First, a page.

Embouchure Differences Between Instruments

While I have no illusions about my expertise as a brass doubler, I have spent some amount of time learning to play all of them passingly.  This experience has given me a peek into some of the similarities and differences in technique between different brass instruments.

Having looked closely at a lot of embouchures of all brass instruments, I would have to say that, in general, the only difference is the size of the mouthpiece.  Examples of the three basic embouchure types can be found on all the brass instruments.  In my late 20s I made an embouchure change and noticed that adopting the same embouchure type improved my ability to play the other brass instruments too.  The really successful brass doublers I’ve been able to look closely at all seem to use the same basic embouchure type for their different instruments.

Very High Placement Embouchure Type

That said, the difference in the size of the mouthpiece can change things about a player’s embouchure.  The most obvious consideration would be how much room a player has on the lips to place the mouthpiece without the nose or chin getting in the way.  This is really only an issue with low brass players.  For example, this trombonist has a (correct for him) mouthpiece placement that is just under his nose.  If he wanted to play tuba, he might have difficulty getting the ratio of upper to lower lip that he’s comfortable with because he doesn’t have enough room to place the larger mouthpiece. Continue reading Embouchure Differences Between Instruments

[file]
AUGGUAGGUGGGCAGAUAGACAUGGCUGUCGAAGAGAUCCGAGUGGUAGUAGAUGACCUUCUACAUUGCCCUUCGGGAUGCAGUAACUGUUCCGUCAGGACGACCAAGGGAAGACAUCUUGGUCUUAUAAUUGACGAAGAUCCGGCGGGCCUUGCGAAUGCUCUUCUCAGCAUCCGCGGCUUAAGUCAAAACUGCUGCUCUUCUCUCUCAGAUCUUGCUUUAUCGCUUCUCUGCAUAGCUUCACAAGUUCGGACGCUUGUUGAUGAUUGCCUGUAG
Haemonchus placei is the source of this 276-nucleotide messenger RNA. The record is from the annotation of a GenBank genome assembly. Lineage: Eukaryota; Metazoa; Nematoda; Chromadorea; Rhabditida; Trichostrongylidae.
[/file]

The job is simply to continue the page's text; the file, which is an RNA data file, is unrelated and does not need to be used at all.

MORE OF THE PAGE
Keeping Your Brain Sharp Through Music

I recently came across reference to another study recently done on musicians that suggests continuing musical activity into old age can have mental health benefits.

While it is known that practicing music repeatedly changes the organization of the brain, it is not clear if these changes can correlate musical abilities with non-musical abilities. The study of 70 older participants, with different musical experience over their lifetimes, provides a connection between musical activity and mental balance in old age. “The results of this preliminary study revealed that participants with at least 10 years of musical experience (high activity musicians) had better performance in nonverbal memory, naming, and executive processes in advanced age relative to non-musicians.”

It’s interesting, but keep in mind that this is just preliminary research and uses a rather small sample population.  I wouldn’t be surprised if similar correlations could be found among elderly people who actively play bridge, do crossword puzzles, or any activity that involves mental effort.  It might not be the musical activity in and of itself that kept the mind sharper, but simply the mental activity involved.